- The Washington Times - Thursday, September 28, 2006

NEW YORK — South Korean Foreign Minister Ban Ki-moon remains the front-runner to succeed Kofi Annan as U.N. secretary-general, with 13 out of 15 possible votes in a Security Council straw poll yesterday.

However, his candidacy is not a sure thing, as diplomats wondered last night whether it was a permanent, veto-wielding member of the council who voted against him.

“Next Monday we will have a straw poll with different color ballots, and we’ll see what happens,” said Russian Ambassador Vitaly Churkin. “I am not going to divulge any secrets, but Russia as a matter of principle is in favor of having an Asian candidate this time around.”

“We have a number of strong Asian candidates,” he added.

U.N. communications czar Shashi Tharoor of India came in second with eight votes of encouragement, Latvian President Vaira Vike-Freiberga third with seven encouragements, and former Thai Deputy Prime Minister Surakiart Sathirathai received five in favor and seven votes against. The rest of the field scored only three positive votes each. They are Prince Zeid Raad al Hussein of Jordan, Ashraf Ghani of Afghanistan and Jayantha Dhanapala of Sri Lanka.

Anonymous straw polls of council members have been designed to test the level of support for a candidate, without binding nations to a position. Ambassadors mark an anonymous ballot to encourage, discourage or have no opinion on a candidacy, and they may encourage or discourage as many as they want.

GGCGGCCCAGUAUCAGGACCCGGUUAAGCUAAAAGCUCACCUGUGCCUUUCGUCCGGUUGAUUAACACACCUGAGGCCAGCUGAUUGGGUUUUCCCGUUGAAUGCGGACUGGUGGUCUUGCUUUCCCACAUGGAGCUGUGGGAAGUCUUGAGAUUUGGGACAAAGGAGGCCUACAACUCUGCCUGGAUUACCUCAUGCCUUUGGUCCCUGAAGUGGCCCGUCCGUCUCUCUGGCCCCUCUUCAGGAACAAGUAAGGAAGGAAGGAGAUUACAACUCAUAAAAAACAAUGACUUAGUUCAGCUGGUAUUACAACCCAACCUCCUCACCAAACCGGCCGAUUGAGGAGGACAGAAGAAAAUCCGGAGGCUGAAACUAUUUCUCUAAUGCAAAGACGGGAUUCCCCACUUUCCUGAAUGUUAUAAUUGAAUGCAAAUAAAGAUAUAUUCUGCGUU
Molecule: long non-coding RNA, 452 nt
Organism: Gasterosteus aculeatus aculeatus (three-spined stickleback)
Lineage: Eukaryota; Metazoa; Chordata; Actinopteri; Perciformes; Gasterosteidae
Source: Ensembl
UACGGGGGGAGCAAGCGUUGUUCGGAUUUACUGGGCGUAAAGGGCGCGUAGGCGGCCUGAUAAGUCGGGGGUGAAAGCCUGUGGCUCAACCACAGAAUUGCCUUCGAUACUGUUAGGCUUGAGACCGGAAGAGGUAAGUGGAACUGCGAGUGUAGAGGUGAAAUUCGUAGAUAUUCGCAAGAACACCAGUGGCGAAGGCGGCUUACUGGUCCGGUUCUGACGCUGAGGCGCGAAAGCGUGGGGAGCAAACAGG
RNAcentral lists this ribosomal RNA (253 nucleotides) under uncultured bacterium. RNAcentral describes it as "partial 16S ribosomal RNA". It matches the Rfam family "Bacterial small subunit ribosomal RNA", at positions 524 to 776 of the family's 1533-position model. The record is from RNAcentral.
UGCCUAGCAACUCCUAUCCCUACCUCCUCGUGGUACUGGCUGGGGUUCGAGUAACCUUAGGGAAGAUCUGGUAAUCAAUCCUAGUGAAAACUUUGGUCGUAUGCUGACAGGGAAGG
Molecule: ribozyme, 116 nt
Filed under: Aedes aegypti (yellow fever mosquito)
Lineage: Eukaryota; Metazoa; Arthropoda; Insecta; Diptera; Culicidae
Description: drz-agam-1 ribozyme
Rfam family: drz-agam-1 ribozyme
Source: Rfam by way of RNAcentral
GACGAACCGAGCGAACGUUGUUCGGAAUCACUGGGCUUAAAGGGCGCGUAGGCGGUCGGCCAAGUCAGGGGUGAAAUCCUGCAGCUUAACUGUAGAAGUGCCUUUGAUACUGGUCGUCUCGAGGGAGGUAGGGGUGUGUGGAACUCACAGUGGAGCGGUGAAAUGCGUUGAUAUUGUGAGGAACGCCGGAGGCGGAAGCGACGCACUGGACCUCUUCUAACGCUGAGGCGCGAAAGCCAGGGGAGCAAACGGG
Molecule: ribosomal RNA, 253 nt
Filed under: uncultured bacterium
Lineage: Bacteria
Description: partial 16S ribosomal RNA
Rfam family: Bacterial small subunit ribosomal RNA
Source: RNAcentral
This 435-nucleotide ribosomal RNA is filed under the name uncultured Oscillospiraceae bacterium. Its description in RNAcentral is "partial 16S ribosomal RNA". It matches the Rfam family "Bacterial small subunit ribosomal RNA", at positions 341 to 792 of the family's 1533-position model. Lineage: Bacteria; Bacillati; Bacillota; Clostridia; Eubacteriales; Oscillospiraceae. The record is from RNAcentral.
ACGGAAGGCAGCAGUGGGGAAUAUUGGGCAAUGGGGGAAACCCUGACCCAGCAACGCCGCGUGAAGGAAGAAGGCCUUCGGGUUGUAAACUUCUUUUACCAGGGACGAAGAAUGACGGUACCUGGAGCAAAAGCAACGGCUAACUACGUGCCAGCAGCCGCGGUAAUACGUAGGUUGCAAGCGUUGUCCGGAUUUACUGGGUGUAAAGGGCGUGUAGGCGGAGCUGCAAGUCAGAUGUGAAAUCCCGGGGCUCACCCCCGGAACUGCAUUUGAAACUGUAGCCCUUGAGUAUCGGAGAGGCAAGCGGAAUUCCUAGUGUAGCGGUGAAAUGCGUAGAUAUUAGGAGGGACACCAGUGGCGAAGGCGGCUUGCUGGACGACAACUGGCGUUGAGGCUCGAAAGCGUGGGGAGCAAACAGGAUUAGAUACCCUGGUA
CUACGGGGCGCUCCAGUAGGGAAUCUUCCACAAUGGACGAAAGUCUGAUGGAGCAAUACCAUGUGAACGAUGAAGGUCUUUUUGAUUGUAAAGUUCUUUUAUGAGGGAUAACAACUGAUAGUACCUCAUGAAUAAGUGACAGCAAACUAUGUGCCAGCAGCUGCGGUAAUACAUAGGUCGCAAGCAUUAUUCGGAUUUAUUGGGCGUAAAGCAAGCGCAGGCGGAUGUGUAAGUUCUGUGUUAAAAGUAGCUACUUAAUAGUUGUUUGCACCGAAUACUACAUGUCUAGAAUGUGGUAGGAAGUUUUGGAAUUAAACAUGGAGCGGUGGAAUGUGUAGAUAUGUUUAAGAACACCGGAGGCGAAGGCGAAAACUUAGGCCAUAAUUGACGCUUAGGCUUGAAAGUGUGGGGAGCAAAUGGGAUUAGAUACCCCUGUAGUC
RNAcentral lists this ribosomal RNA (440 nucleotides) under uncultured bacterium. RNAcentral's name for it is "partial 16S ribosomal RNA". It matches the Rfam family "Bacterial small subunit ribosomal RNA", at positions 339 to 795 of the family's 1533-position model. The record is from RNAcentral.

Mr. Ban, a soft-spoken and self-effacing career diplomat, has come out at the top of each one.

Observers had been eagerly awaiting yesterday’s poll to gauge the impact of the candidacy of Mrs. Vike-Freiberga, whose overwhelming distinction is that she is the sole non-Asian in a race whose winner is expected to come from that region.

“This is, I think, a challenge to the notion that the next secretary general should come from Asia,” said a North African ambassador disseminating the poll numbers to his eager colleagues. “She is qualified, of course, but many in the council do believe it is Asia’s turn.”

The United States, Britain and a few other council nations have said they would consider any qualified man or woman, regardless of the tradition that rotates the top jobs among the regions. But Russia and China have long threatened to veto a non-Asian candidate, a position that has plenty of support among member states.

“It’s too early to assess support,” said Japanese Ambassador Kenzo Oshima, adding, “We support an Asian candidate.”

Jackie Sanders, political counselor to the U.S. Mission, left the council yesterday without speaking to reporters. A U.S. mission spokesman said the true picture of candidates’ viability would emerge after the Monday afternoon balloting.

Mr. Ban, who was formally nominated by Seoul only a few months ago, has campaigned quietly and with dignity, continuing with his obligation as trade and foreign affairs minister while giving infrequent interviews. He also gave his country’s speech from the General Assembly podium during the annual debate that ended on Wednesday.

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